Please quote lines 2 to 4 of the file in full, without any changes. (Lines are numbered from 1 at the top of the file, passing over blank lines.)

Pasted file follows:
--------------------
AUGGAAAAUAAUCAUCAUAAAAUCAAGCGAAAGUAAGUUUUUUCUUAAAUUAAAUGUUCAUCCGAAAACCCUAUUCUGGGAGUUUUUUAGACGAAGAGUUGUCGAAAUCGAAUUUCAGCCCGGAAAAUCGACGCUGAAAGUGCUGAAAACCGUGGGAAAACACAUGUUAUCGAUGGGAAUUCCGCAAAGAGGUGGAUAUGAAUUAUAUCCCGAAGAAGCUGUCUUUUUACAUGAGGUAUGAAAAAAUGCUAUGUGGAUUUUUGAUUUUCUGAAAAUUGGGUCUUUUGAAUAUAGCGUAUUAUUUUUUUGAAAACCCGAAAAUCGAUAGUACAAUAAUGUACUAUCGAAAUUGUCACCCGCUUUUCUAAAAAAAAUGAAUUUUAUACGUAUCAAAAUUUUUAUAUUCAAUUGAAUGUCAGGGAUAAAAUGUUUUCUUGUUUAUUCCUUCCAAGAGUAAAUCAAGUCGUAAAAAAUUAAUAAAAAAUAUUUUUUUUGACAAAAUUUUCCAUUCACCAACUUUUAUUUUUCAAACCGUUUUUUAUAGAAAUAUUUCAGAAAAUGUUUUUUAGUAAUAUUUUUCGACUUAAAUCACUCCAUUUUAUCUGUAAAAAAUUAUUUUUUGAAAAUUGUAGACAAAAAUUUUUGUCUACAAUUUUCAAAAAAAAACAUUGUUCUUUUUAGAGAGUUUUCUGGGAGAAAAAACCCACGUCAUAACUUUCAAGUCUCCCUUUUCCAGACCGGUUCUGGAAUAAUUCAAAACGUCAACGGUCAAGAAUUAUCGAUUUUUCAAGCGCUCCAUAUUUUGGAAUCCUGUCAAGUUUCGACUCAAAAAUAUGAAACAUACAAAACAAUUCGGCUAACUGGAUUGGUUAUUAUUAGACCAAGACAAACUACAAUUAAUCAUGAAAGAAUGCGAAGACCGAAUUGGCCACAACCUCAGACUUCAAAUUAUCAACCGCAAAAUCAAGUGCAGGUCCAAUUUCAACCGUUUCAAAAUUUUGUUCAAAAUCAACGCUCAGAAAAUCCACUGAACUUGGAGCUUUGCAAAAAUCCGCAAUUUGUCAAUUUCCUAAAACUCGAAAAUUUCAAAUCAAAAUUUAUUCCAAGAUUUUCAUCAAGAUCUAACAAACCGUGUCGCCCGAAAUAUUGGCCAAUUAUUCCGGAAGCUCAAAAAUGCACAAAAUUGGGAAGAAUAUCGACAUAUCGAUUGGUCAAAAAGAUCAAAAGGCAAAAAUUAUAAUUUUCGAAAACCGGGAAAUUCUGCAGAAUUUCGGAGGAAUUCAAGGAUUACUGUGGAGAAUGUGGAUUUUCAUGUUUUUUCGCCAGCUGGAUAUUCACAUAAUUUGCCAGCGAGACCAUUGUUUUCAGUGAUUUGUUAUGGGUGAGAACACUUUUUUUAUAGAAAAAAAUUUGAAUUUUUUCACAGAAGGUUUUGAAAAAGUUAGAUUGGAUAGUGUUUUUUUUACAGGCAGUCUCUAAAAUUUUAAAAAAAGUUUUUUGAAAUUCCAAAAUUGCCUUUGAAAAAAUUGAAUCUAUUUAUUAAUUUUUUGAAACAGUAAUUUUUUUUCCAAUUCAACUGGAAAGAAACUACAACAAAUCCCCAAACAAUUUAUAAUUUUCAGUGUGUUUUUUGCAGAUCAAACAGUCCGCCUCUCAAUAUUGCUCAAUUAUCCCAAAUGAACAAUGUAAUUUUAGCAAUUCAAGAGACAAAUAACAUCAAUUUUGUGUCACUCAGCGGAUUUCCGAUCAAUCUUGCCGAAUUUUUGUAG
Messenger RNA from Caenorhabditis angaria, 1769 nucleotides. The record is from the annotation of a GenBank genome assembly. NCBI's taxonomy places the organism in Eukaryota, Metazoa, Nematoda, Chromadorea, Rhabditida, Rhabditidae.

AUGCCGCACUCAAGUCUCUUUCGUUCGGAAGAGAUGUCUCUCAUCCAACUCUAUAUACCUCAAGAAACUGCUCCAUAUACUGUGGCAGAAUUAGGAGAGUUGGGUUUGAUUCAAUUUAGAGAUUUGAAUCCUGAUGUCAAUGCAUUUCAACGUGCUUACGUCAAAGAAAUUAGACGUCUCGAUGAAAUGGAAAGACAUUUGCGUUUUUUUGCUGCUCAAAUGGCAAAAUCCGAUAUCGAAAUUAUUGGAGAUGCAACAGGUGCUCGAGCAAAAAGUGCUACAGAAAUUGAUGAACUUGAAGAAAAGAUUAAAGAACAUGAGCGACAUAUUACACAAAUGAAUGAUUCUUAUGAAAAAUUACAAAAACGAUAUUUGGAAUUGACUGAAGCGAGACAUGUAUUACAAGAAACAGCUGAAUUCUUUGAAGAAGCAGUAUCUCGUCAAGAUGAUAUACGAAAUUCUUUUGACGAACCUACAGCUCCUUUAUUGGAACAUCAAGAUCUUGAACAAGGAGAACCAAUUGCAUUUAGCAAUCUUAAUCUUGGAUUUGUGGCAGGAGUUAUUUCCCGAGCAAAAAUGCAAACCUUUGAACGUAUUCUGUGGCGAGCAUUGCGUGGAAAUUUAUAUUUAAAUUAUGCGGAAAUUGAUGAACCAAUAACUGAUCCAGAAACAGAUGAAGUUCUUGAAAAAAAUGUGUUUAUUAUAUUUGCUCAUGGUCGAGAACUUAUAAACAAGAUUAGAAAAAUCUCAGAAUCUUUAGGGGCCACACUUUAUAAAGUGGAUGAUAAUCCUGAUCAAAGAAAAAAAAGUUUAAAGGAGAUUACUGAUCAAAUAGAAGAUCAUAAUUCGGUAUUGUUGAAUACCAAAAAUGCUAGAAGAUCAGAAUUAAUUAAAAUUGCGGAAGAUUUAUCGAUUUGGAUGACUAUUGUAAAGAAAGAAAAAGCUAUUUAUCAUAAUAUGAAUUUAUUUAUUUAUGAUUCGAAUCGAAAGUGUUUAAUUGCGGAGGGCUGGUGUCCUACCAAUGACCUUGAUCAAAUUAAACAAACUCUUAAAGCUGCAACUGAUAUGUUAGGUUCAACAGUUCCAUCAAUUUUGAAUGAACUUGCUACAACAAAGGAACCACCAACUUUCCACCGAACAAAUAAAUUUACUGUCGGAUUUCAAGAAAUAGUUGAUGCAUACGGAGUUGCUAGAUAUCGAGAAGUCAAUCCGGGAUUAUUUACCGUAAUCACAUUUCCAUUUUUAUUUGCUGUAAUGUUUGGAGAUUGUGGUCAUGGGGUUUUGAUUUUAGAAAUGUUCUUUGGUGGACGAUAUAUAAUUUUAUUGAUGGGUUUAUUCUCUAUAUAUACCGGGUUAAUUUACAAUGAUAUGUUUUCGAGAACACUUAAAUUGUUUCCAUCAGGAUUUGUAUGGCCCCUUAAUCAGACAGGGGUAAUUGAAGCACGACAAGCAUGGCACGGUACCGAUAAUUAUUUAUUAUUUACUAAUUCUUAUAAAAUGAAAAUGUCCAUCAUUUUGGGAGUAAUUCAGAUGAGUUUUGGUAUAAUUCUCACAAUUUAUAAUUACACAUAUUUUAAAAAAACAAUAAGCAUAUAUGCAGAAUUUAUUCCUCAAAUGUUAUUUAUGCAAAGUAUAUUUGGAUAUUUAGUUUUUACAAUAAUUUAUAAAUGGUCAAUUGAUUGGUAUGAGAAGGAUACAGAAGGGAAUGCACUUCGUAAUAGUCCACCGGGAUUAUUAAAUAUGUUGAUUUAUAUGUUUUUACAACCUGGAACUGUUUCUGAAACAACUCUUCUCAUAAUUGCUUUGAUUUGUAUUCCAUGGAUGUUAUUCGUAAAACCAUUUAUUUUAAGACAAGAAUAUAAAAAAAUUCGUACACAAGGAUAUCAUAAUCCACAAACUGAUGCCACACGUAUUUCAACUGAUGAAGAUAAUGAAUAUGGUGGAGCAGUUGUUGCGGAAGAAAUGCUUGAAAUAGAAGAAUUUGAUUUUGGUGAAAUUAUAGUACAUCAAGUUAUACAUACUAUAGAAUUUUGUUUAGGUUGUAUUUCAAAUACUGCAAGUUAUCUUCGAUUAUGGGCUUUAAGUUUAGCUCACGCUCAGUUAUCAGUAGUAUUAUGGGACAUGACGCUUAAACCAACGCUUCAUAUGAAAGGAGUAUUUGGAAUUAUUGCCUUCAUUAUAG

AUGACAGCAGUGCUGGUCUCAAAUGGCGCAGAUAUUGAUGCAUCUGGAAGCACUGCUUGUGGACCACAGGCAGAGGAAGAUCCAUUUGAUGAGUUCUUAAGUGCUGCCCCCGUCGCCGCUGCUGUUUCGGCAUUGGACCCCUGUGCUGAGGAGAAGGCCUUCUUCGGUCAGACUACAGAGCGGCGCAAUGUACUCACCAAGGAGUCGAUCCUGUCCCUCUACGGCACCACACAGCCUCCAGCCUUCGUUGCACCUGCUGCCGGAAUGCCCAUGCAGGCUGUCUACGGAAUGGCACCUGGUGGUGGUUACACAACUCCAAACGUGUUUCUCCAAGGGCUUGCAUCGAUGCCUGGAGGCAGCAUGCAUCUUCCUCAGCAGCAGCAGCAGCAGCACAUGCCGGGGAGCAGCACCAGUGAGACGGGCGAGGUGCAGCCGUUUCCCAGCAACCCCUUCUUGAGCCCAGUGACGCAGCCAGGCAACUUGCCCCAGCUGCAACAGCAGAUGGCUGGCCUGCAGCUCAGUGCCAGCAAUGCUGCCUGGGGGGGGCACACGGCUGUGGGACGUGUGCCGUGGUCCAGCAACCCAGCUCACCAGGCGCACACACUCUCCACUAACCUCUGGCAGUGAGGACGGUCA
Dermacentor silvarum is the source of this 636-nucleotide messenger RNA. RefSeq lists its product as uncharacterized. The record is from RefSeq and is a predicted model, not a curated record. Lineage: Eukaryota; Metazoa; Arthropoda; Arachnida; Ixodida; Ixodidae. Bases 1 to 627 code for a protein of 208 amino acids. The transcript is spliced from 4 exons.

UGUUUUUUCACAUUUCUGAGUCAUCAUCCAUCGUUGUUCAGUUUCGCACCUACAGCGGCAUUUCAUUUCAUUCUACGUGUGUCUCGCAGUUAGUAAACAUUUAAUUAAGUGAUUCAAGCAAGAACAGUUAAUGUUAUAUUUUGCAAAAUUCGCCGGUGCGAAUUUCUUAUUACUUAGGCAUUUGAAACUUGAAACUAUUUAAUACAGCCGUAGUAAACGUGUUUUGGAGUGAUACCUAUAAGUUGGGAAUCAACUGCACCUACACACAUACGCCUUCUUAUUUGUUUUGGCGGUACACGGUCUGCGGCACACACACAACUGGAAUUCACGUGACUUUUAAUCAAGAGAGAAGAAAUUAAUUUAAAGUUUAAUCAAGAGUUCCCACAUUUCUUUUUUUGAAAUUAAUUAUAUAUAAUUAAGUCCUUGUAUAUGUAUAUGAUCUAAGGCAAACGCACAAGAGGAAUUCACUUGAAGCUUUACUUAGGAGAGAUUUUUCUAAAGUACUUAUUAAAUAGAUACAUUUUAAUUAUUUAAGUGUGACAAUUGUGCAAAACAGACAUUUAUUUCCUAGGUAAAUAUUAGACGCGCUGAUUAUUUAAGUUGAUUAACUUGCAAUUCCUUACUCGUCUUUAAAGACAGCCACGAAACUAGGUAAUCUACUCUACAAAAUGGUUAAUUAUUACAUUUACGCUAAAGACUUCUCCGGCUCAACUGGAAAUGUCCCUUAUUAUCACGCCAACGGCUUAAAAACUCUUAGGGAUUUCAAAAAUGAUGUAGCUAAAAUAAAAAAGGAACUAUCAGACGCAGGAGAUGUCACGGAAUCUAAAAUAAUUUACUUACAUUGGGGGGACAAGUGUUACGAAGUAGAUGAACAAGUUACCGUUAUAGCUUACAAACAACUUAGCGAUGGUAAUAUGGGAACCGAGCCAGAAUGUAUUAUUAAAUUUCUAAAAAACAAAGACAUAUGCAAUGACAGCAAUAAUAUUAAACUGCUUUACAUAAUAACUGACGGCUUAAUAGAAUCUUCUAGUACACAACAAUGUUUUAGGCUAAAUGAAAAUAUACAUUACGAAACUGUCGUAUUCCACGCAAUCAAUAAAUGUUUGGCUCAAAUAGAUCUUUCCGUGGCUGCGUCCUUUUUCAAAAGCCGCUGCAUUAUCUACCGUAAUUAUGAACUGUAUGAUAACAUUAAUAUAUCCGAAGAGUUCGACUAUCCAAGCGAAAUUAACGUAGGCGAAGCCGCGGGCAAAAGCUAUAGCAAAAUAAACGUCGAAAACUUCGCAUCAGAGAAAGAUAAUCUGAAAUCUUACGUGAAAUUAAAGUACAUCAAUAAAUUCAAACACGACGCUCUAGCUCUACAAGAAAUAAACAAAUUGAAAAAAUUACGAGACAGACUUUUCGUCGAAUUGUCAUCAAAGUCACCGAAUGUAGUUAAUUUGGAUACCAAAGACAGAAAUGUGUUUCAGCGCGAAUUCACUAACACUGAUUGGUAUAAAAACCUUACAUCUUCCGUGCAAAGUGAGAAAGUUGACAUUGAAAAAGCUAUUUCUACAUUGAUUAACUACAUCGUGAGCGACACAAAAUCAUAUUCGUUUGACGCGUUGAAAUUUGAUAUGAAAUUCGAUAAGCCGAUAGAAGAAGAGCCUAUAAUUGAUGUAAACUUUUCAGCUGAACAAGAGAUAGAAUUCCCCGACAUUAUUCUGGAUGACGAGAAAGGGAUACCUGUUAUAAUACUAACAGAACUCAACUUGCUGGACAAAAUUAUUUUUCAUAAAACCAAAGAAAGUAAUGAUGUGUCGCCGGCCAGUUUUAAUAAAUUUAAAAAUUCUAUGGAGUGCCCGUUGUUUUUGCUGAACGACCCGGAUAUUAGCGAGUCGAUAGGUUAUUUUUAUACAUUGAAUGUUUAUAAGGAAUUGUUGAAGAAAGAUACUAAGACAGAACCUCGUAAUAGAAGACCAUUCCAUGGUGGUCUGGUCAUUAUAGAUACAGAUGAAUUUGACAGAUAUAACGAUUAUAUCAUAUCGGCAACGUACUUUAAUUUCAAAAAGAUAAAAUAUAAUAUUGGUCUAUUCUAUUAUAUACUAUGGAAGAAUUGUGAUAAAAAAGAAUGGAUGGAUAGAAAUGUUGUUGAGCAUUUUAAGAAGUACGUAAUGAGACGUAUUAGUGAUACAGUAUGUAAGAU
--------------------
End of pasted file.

Messenger RNA from Caenorhabditis angaria, 1769 nucleotides. The record is from the annotation of a GenBank genome assembly. NCBI's taxonomy places the organism in Eukaryota, Metazoa, Nematoda, Chromadorea, Rhabditida, Rhabditidae.

AUGCCGCACUCAAGUCUCUUUCGUUCGGAAGAGAUGUCUCUCAUCCAACUCUAUAUACCUCAAGAAACUGCUCCAUAUACUGUGGCAGAAUUAGGAGAGUUGGGUUUGAUUCAAUUUAGAGAUUUGAAUCCUGAUGUCAAUGCAUUUCAACGUGCUUACGUCAAAGAAAUUAGACGUCUCGAUGAAAUGGAAAGACAUUUGCGUUUUUUUGCUGCUCAAAUGGCAAAAUCCGAUAUCGAAAUUAUUGGAGAUGCAACAGGUGCUCGAGCAAAAAGUGCUACAGAAAUUGAUGAACUUGAAGAAAAGAUUAAAGAACAUGAGCGACAUAUUACACAAAUGAAUGAUUCUUAUGAAAAAUUACAAAAACGAUAUUUGGAAUUGACUGAAGCGAGACAUGUAUUACAAGAAACAGCUGAAUUCUUUGAAGAAGCAGUAUCUCGUCAAGAUGAUAUACGAAAUUCUUUUGACGAACCUACAGCUCCUUUAUUGGAACAUCAAGAUCUUGAACAAGGAGAACCAAUUGCAUUUAGCAAUCUUAAUCUUGGAUUUGUGGCAGGAGUUAUUUCCCGAGCAAAAAUGCAAACCUUUGAACGUAUUCUGUGGCGAGCAUUGCGUGGAAAUUUAUAUUUAAAUUAUGCGGAAAUUGAUGAACCAAUAACUGAUCCAGAAACAGAUGAAGUUCUUGAAAAAAAUGUGUUUAUUAUAUUUGCUCAUGGUCGAGAACUUAUAAACAAGAUUAGAAAAAUCUCAGAAUCUUUAGGGGCCACACUUUAUAAAGUGGAUGAUAAUCCUGAUCAAAGAAAAAAAAGUUUAAAGGAGAUUACUGAUCAAAUAGAAGAUCAUAAUUCGGUAUUGUUGAAUACCAAAAAUGCUAGAAGAUCAGAAUUAAUUAAAAUUGCGGAAGAUUUAUCGAUUUGGAUGACUAUUGUAAAGAAAGAAAAAGCUAUUUAUCAUAAUAUGAAUUUAUUUAUUUAUGAUUCGAAUCGAAAGUGUUUAAUUGCGGAGGGCUGGUGUCCUACCAAUGACCUUGAUCAAAUUAAACAAACUCUUAAAGCUGCAACUGAUAUGUUAGGUUCAACAGUUCCAUCAAUUUUGAAUGAACUUGCUACAACAAAGGAACCACCAACUUUCCACCGAACAAAUAAAUUUACUGUCGGAUUUCAAGAAAUAGUUGAUGCAUACGGAGUUGCUAGAUAUCGAGAAGUCAAUCCGGGAUUAUUUACCGUAAUCACAUUUCCAUUUUUAUUUGCUGUAAUGUUUGGAGAUUGUGGUCAUGGGGUUUUGAUUUUAGAAAUGUUCUUUGGUGGACGAUAUAUAAUUUUAUUGAUGGGUUUAUUCUCUAUAUAUACCGGGUUAAUUUACAAUGAUAUGUUUUCGAGAACACUUAAAUUGUUUCCAUCAGGAUUUGUAUGGCCCCUUAAUCAGACAGGGGUAAUUGAAGCACGACAAGCAUGGCACGGUACCGAUAAUUAUUUAUUAUUUACUAAUUCUUAUAAAAUGAAAAUGUCCAUCAUUUUGGGAGUAAUUCAGAUGAGUUUUGGUAUAAUUCUCACAAUUUAUAAUUACACAUAUUUUAAAAAAACAAUAAGCAUAUAUGCAGAAUUUAUUCCUCAAAUGUUAUUUAUGCAAAGUAUAUUUGGAUAUUUAGUUUUUACAAUAAUUUAUAAAUGGUCAAUUGAUUGGUAUGAGAAGGAUACAGAAGGGAAUGCACUUCGUAAUAGUCCACCGGGAUUAUUAAAUAUGUUGAUUUAUAUGUUUUUACAACCUGGAACUGUUUCUGAAACAACUCUUCUCAUAAUUGCUUUGAUUUGUAUUCCAUGGAUGUUAUUCGUAAAACCAUUUAUUUUAAGACAAGAAUAUAAAAAAAUUCGUACACAAGGAUAUCAUAAUCCACAAACUGAUGCCACACGUAUUUCAACUGAUGAAGAUAAUGAAUAUGGUGGAGCAGUUGUUGCGGAAGAAAUGCUUGAAAUAGAAGAAUUUGAUUUUGGUGAAAUUAUAGUACAUCAAGUUAUACAUACUAUAGAAUUUUGUUUAGGUUGUAUUUCAAAUACUGCAAGUUAUCUUCGAUUAUGGGCUUUAAGUUUAGCUCACGCUCAGUUAUCAGUAGUAUUAUGGGACAUGACGCUUAAACCAACGCUUCAUAUGAAAGGAGUAUUUGGAAUUAUUGCCUUCAUUAUAG

AUGACAGCAGUGCUGGUCUCAAAUGGCGCAGAUAUUGAUGCAUCUGGAAGCACUGCUUGUGGACCACAGGCAGAGGAAGAUCCAUUUGAUGAGUUCUUAAGUGCUGCCCCCGUCGCCGCUGCUGUUUCGGCAUUGGACCCCUGUGCUGAGGAGAAGGCCUUCUUCGGUCAGACUACAGAGCGGCGCAAUGUACUCACCAAGGAGUCGAUCCUGUCCCUCUACGGCACCACACAGCCUCCAGCCUUCGUUGCACCUGCUGCCGGAAUGCCCAUGCAGGCUGUCUACGGAAUGGCACCUGGUGGUGGUUACACAACUCCAAACGUGUUUCUCCAAGGGCUUGCAUCGAUGCCUGGAGGCAGCAUGCAUCUUCCUCAGCAGCAGCAGCAGCAGCACAUGCCGGGGAGCAGCACCAGUGAGACGGGCGAGGUGCAGCCGUUUCCCAGCAACCCCUUCUUGAGCCCAGUGACGCAGCCAGGCAACUUGCCCCAGCUGCAACAGCAGAUGGCUGGCCUGCAGCUCAGUGCCAGCAAUGCUGCCUGGGGGGGGCACACGGCUGUGGGACGUGUGCCGUGGUCCAGCAACCCAGCUCACCAGGCGCACACACUCUCCACUAACCUCUGGCAGUGAGGACGGUCA